There are no words to describe the beauty of this Flow shaped handcrafted wooden guitar pick from GT Plectrums. The eye-catching grain of the Bubinga is simply mesmerizing, and the laser engravings not only look killer, but they provide excellent grip when shredding the fretboard.
This 3.1mm thick guitar pick will take your technique and your style to the next level with striking aesthetics and remarkable ergonomics. Every aspect of this stunning wooden pick was carefully crafted to provide anyone who wields it with exceptional attack, premium comfort, and superior grip. Take control of your tone and technique with a handcrafted wooden guitar pick from GT Plectrums!
Handmade in the USA
The Boutique Difference
60-Day Return Period
Benefits of Thick Guitar picks
1. Superior comfort and ergonomics- the additional thickness and mass promotes a more relaxed hand, therefore reducing fatigue, risk of injury, and overall effort required for technical precision
2. Improved attack and striking consistency- the bevels on a thicker pick are much easier to strike consistently than a thinner pick. Think about it like striking the edge of a surface, such as a desk, with a flat object, like a folder, versus an object that forms a point, like a small cone. The cone shaped object is going to a much better job of pushing the string aside than a flat shape. The margin for error in striking with a thin pick is much smaller than it is with a thick guitar pick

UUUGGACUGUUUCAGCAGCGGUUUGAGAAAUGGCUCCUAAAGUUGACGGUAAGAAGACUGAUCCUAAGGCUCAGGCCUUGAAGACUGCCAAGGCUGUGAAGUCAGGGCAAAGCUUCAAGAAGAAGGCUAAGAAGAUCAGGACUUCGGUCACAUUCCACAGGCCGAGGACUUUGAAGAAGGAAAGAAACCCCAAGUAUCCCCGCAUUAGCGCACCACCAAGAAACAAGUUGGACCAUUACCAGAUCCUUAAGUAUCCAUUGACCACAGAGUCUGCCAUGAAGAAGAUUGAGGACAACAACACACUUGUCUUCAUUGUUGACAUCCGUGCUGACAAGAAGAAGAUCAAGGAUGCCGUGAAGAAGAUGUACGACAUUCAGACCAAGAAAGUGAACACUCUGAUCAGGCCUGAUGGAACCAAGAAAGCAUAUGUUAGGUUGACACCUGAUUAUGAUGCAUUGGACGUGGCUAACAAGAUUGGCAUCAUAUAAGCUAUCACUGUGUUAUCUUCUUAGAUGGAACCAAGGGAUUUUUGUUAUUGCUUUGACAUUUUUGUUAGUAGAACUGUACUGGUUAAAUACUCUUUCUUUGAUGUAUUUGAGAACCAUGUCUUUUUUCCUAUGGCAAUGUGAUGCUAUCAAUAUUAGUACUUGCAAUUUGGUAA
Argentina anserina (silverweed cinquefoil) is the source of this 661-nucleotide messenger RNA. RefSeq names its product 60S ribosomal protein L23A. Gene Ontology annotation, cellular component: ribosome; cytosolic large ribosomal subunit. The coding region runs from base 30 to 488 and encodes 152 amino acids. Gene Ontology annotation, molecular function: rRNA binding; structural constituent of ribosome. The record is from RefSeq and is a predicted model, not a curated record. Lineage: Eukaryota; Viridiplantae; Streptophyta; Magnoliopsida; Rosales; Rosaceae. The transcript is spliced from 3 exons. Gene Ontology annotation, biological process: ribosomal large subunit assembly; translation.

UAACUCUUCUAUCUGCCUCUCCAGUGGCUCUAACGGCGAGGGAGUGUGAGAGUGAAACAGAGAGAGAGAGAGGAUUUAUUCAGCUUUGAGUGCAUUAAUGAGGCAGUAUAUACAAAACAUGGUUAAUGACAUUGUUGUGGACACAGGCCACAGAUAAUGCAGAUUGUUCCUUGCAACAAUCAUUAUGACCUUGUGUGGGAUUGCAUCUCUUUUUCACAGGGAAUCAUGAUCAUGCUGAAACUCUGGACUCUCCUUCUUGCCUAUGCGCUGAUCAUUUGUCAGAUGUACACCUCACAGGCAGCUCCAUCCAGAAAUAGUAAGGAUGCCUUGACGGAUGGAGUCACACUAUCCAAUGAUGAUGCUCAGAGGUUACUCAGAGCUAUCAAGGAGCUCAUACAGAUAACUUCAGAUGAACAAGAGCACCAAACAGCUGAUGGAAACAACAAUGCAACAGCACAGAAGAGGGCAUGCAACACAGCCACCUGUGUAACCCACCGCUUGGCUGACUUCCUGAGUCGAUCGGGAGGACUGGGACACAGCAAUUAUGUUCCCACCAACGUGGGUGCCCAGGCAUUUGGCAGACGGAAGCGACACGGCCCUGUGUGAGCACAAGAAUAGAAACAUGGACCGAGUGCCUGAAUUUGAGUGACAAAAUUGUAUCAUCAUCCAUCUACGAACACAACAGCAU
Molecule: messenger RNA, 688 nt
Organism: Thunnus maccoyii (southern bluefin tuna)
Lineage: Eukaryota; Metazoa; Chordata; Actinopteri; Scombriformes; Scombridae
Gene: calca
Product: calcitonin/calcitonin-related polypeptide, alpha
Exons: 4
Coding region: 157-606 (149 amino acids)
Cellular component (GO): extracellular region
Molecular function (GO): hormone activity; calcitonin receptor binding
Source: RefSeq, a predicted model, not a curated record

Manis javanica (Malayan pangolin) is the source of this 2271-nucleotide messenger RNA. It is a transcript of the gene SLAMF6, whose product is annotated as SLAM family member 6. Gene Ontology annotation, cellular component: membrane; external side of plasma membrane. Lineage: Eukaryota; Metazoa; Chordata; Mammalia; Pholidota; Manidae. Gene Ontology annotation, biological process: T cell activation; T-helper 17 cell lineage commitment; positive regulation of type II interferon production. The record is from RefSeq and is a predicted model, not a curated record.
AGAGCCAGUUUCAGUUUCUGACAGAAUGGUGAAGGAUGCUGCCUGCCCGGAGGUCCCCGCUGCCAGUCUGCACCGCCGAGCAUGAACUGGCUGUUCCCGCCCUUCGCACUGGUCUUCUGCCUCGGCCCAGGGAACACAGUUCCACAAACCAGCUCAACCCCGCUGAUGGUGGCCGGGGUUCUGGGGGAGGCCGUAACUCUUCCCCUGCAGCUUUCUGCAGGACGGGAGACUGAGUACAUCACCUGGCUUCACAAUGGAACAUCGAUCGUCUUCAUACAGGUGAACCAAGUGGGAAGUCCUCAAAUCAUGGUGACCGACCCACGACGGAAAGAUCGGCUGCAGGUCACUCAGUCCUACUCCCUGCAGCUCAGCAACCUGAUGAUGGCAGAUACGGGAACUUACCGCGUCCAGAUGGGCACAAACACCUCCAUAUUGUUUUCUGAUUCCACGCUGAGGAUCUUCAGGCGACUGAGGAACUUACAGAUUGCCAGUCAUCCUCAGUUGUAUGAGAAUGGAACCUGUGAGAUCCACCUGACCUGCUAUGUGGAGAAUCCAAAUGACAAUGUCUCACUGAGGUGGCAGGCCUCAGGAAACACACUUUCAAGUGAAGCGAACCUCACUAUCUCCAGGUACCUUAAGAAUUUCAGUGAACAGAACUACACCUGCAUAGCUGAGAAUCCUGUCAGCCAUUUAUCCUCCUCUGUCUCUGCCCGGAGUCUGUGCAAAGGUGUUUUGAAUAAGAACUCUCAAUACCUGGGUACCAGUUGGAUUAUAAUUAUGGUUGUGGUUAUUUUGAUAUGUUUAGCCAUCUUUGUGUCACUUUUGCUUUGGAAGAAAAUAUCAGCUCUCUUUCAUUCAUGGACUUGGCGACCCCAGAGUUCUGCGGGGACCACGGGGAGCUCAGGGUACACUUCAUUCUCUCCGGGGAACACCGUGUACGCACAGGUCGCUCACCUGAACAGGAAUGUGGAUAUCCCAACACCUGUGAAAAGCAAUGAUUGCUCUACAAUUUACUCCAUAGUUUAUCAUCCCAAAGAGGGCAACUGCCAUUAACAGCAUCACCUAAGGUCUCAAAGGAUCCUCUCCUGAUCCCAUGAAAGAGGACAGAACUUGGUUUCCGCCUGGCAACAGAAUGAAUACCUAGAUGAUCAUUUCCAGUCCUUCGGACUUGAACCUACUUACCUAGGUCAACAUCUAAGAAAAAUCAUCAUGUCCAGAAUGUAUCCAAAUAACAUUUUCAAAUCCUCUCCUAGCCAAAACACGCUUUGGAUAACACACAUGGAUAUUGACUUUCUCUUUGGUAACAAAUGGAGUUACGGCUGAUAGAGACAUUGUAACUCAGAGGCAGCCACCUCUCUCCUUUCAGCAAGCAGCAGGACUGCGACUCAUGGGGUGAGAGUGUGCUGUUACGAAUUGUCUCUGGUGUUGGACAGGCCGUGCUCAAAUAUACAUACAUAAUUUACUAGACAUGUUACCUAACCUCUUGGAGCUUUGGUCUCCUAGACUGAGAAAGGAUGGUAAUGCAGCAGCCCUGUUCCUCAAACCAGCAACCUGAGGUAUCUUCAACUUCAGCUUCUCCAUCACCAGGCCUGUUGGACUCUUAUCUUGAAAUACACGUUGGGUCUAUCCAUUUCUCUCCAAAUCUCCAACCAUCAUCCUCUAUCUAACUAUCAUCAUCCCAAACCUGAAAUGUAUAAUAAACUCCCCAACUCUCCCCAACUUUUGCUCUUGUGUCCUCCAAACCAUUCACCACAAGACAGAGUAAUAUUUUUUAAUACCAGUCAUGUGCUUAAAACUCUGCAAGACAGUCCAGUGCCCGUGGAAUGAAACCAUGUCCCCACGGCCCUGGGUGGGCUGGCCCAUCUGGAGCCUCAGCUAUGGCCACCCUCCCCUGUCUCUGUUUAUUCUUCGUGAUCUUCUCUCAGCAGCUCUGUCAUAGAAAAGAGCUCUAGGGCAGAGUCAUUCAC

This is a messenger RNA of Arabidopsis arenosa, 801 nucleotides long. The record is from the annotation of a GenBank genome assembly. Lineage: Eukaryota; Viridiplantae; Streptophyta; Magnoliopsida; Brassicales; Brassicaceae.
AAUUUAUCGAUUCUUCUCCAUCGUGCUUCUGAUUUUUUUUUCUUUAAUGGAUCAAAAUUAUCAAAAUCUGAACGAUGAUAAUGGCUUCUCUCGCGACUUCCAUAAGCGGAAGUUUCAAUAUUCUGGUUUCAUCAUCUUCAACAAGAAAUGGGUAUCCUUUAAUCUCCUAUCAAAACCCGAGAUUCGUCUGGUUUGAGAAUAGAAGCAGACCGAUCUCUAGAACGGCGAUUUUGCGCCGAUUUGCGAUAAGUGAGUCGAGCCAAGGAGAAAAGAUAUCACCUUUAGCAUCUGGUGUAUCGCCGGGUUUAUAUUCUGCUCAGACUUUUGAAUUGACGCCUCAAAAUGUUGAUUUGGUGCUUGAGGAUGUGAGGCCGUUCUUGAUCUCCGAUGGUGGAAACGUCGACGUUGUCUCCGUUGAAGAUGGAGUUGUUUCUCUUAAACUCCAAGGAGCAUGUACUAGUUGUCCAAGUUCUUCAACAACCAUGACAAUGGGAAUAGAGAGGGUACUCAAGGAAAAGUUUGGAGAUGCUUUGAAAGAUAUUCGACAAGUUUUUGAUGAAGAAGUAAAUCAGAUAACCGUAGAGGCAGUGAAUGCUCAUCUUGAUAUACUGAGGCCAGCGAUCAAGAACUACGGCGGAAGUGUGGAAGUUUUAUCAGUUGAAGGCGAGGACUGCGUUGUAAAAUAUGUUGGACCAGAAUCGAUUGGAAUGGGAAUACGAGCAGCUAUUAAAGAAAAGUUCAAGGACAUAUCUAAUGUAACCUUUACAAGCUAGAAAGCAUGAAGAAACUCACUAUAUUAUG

3. Enhanced tones- better consistency and attack creates better tones. It's as simple as that. We've all heard the saying "tone is in the fingers". And while your fingers don't control the gain in your amp, they do have a massive impact on your overall sound. Being able to accurately and consistently pick a note is a huge part of developing one's skills as a guitarist
4. Unique style- this one is fairly self-explanatory. Adding a boutique plectrum to your gear collection is a statement of individuality and maturity as a guitar player. Many of us began our journey as guitarists by practicing the same songs, on the same guitars, with the same amps, but as we improve, we discover what makes our tone and style unique. Why should it be any different for the plectrums we use?